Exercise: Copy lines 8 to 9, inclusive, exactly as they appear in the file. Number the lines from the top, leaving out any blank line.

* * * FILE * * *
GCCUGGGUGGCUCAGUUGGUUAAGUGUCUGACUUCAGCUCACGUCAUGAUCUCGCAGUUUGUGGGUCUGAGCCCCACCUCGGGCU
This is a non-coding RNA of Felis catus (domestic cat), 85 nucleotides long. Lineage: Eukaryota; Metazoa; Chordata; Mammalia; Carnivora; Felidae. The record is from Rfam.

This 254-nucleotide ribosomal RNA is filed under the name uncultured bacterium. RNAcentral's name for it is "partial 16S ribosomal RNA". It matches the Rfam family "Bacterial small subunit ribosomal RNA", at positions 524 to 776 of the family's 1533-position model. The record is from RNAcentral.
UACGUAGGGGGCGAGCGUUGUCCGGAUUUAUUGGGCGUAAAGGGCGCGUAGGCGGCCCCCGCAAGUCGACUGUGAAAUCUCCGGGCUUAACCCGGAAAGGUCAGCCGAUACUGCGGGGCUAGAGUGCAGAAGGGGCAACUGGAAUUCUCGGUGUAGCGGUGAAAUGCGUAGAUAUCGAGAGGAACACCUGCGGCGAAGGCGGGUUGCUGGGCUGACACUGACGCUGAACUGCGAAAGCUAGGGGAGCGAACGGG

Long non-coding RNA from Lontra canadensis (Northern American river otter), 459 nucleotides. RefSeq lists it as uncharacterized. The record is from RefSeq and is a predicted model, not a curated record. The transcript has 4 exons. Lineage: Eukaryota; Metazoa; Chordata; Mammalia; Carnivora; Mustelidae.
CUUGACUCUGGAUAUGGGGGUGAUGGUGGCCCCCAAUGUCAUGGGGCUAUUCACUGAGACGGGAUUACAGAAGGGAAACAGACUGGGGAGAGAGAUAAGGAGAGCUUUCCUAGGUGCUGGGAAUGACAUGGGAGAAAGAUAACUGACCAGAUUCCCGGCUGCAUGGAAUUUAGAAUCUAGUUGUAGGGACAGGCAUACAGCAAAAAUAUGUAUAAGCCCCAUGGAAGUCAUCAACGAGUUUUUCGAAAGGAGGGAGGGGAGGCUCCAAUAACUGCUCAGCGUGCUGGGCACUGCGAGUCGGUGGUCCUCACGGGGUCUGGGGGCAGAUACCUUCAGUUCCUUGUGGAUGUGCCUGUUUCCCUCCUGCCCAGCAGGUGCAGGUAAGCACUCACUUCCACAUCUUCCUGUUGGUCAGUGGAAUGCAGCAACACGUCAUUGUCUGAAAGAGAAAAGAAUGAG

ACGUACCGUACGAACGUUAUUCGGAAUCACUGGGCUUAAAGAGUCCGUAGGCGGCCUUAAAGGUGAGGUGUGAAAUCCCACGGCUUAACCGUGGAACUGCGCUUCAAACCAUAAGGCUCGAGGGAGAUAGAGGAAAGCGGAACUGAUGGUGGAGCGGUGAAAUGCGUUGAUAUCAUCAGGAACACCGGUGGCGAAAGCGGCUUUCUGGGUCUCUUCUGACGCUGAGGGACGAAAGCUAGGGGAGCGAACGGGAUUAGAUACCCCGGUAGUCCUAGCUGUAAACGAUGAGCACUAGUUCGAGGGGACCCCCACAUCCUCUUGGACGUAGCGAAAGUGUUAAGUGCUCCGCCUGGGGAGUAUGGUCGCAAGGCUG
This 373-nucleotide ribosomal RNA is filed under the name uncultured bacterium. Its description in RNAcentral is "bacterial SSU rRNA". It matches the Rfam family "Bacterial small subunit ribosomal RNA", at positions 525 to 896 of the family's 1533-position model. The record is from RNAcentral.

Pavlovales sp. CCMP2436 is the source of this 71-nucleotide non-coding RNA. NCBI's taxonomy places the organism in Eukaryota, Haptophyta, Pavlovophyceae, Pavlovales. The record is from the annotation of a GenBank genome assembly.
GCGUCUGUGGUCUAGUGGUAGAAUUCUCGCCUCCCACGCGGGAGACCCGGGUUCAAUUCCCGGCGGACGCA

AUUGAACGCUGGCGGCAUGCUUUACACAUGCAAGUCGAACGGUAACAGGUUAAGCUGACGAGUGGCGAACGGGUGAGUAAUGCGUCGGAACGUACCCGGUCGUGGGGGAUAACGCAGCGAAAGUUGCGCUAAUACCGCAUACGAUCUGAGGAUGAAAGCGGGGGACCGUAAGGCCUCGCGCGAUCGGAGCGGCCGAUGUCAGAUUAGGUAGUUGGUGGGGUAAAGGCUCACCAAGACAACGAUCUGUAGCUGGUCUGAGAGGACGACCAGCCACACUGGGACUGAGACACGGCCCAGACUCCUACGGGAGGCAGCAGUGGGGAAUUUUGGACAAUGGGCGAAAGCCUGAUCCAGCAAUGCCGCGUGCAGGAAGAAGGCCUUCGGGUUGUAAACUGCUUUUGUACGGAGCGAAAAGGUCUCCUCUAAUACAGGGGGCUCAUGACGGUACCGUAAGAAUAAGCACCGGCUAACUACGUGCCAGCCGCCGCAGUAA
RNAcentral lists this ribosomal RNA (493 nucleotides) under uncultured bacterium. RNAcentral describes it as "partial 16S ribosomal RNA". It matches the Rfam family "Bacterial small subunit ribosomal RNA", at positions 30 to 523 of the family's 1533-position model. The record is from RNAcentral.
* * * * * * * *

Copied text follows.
This 373-nucleotide ribosomal RNA is filed under the name uncultured bacterium. Its description in RNAcentral is "bacterial SSU rRNA". It matches the Rfam family "Bacterial small subunit ribosomal RNA", at positions 525 to 896 of the family's 1533-position model. The record is from RNAcentral.

Pavlovales sp. CCMP2436 is the source of this 71-nucleotide non-coding RNA. NCBI's taxonomy places the organism in Eukaryota, Haptophyta, Pavlovophyceae, Pavlovales. The record is from the annotation of a GenBank genome assembly.